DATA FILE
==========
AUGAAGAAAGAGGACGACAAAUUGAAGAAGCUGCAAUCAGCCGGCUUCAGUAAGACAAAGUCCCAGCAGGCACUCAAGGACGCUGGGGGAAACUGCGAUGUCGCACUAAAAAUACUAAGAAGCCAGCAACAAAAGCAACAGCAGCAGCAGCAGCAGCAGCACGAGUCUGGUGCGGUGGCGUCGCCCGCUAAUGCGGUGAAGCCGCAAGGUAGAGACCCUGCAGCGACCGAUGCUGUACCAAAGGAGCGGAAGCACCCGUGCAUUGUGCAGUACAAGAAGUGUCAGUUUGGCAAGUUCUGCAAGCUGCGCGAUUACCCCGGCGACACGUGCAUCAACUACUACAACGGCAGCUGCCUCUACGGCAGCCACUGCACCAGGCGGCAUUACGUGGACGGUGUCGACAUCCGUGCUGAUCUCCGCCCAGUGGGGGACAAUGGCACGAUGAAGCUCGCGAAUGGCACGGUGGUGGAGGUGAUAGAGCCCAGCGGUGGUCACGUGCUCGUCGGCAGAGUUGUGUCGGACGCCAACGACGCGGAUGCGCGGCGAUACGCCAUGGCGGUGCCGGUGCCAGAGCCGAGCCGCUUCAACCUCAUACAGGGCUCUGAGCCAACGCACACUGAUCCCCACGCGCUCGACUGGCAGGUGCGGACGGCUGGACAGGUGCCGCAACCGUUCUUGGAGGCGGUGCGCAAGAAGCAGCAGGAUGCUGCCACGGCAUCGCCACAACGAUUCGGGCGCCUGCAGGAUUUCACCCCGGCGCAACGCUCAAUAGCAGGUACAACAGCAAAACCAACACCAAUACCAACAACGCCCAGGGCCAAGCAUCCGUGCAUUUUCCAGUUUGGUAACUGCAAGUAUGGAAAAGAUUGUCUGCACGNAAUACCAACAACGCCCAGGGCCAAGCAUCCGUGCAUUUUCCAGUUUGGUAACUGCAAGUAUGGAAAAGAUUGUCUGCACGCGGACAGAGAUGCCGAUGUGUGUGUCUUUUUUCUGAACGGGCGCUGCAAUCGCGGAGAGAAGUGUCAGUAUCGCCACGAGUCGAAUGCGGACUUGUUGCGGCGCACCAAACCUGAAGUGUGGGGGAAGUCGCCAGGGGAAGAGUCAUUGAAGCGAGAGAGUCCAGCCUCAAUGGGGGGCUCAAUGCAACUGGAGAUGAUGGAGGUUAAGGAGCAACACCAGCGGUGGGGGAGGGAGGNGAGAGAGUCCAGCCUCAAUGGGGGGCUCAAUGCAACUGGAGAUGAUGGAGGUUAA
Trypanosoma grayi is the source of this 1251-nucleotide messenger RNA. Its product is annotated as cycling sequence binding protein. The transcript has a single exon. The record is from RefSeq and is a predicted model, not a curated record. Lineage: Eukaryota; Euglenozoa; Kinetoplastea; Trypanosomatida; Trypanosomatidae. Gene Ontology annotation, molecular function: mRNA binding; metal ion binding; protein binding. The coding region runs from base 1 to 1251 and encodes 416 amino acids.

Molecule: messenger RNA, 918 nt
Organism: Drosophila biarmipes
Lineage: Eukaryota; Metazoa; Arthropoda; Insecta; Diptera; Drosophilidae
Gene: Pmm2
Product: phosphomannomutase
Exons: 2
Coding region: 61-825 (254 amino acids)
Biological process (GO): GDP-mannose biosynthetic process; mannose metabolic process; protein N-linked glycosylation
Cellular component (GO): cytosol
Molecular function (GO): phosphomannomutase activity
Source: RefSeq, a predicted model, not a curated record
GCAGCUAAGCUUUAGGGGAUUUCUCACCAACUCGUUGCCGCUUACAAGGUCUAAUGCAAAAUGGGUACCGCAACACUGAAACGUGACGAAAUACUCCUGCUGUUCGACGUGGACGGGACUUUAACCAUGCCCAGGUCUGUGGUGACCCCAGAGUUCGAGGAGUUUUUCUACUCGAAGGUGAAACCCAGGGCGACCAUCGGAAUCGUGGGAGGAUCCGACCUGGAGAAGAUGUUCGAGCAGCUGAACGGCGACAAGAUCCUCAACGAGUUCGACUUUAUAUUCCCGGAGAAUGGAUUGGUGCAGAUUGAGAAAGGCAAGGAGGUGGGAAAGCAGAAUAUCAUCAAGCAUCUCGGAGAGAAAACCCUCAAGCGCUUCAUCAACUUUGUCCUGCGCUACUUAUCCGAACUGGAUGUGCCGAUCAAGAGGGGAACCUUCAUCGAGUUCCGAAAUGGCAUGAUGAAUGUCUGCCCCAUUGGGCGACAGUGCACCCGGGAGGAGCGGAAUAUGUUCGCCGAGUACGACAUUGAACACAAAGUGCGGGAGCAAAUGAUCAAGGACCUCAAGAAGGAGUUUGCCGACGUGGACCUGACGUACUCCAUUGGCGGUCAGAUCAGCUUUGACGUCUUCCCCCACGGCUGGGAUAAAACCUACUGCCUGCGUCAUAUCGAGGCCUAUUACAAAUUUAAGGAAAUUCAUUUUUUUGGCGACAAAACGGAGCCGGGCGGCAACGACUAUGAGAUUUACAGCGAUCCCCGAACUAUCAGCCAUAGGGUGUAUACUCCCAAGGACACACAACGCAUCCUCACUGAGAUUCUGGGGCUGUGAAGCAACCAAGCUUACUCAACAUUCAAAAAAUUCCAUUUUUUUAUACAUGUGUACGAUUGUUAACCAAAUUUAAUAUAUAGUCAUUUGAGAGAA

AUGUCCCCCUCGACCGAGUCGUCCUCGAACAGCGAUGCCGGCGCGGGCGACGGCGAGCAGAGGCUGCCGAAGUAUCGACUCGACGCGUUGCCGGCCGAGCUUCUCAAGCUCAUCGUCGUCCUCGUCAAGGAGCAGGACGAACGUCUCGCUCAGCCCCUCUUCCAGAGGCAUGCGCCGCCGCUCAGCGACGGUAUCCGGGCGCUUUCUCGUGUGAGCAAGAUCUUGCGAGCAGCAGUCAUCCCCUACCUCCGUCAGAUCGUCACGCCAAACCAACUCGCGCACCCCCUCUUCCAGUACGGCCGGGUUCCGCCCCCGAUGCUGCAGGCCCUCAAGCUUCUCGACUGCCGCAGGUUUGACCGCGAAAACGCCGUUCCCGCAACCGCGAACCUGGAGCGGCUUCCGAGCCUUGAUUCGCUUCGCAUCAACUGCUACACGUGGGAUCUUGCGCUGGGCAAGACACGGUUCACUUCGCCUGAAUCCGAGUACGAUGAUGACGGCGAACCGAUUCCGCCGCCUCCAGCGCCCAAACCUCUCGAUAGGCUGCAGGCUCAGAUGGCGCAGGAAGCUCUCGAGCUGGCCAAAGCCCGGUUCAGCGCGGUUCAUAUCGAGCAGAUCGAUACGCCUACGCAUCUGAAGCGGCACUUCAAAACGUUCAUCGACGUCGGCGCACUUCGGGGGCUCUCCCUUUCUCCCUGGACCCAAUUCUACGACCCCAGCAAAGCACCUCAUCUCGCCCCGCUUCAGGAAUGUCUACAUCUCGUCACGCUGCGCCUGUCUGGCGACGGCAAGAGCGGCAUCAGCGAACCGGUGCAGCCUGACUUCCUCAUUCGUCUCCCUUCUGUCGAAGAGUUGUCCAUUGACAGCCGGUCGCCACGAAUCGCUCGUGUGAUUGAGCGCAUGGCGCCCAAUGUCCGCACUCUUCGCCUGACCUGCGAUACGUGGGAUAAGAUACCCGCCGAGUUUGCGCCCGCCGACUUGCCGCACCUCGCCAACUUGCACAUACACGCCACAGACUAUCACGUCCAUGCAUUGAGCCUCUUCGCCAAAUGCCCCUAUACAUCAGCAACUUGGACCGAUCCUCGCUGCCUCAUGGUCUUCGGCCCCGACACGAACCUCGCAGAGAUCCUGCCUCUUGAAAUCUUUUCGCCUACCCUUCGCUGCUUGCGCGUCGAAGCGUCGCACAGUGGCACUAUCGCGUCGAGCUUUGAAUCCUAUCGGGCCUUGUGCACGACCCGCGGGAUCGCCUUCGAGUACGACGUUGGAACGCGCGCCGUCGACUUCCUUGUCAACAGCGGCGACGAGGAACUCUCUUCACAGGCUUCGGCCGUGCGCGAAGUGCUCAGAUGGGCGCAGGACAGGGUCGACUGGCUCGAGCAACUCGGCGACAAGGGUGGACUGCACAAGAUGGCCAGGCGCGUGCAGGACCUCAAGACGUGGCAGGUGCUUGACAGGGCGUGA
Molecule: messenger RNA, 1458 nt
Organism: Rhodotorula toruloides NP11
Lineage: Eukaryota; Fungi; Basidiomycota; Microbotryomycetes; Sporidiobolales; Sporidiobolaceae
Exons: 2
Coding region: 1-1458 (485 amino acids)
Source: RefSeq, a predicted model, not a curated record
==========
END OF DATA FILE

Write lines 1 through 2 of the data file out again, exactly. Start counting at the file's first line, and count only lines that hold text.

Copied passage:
AUGAAGAAAGAGGACGACAAAUUGAAGAAGCUGCAAUCAGCCGGCUUCAGUAAGACAAAGUCCCAGCAGGCACUCAAGGACGCUGGGGGAAACUGCGAUGUCGCACUAAAAAUACUAAGAAGCCAGCAACAAAAGCAACAGCAGCAGCAGCAGCAGCAGCACGAGUCUGGUGCGGUGGCGUCGCCCGCUAAUGCGGUGAAGCCGCAAGGUAGAGACCCUGCAGCGACCGAUGCUGUACCAAAGGAGCGGAAGCACCCGUGCAUUGUGCAGUACAAGAAGUGUCAGUUUGGCAAGUUCUGCAAGCUGCGCGAUUACCCCGGCGACACGUGCAUCAACUACUACAACGGCAGCUGCCUCUACGGCAGCCACUGCACCAGGCGGCAUUACGUGGACGGUGUCGACAUCCGUGCUGAUCUCCGCCCAGUGGGGGACAAUGGCACGAUGAAGCUCGCGAAUGGCACGGUGGUGGAGGUGAUAGAGCCCAGCGGUGGUCACGUGCUCGUCGGCAGAGUUGUGUCGGACGCCAACGACGCGGAUGCGCGGCGAUACGCCAUGGCGGUGCCGGUGCCAGAGCCGAGCCGCUUCAACCUCAUACAGGGCUCUGAGCCAACGCACACUGAUCCCCACGCGCUCGACUGGCAGGUGCGGACGGCUGGACAGGUGCCGCAACCGUUCUUGGAGGCGGUGCGCAAGAAGCAGCAGGAUGCUGCCACGGCAUCGCCACAACGAUUCGGGCGCCUGCAGGAUUUCACCCCGGCGCAACGCUCAAUAGCAGGUACAACAGCAAAACCAACACCAAUACCAACAACGCCCAGGGCCAAGCAUCCGUGCAUUUUCCAGUUUGGUAACUGCAAGUAUGGAAAAGAUUGUCUGCACGNAAUACCAACAACGCCCAGGGCCAAGCAUCCGUGCAUUUUCCAGUUUGGUAACUGCAAGUAUGGAAAAGAUUGUCUGCACGCGGACAGAGAUGCCGAUGUGUGUGUCUUUUUUCUGAACGGGCGCUGCAAUCGCGGAGAGAAGUGUCAGUAUCGCCACGAGUCGAAUGCGGACUUGUUGCGGCGCACCAAACCUGAAGUGUGGGGGAAGUCGCCAGGGGAAGAGUCAUUGAAGCGAGAGAGUCCAGCCUCAAUGGGGGGCUCAAUGCAACUGGAGAUGAUGGAGGUUAAGGAGCAACACCAGCGGUGGGGGAGGGAGGNGAGAGAGUCCAGCCUCAAUGGGGGGCUCAAUGCAACUGGAGAUGAUGGAGGUUAA
Trypanosoma grayi is the source of this 1251-nucleotide messenger RNA. Its product is annotated as cycling sequence binding protein. The transcript has a single exon. The record is from RefSeq and is a predicted model, not a curated record. Lineage: Eukaryota; Euglenozoa; Kinetoplastea; Trypanosomatida; Trypanosomatidae. Gene Ontology annotation, molecular function: mRNA binding; metal ion binding; protein binding. The coding region runs from base 1 to 1251 and encodes 416 amino acids.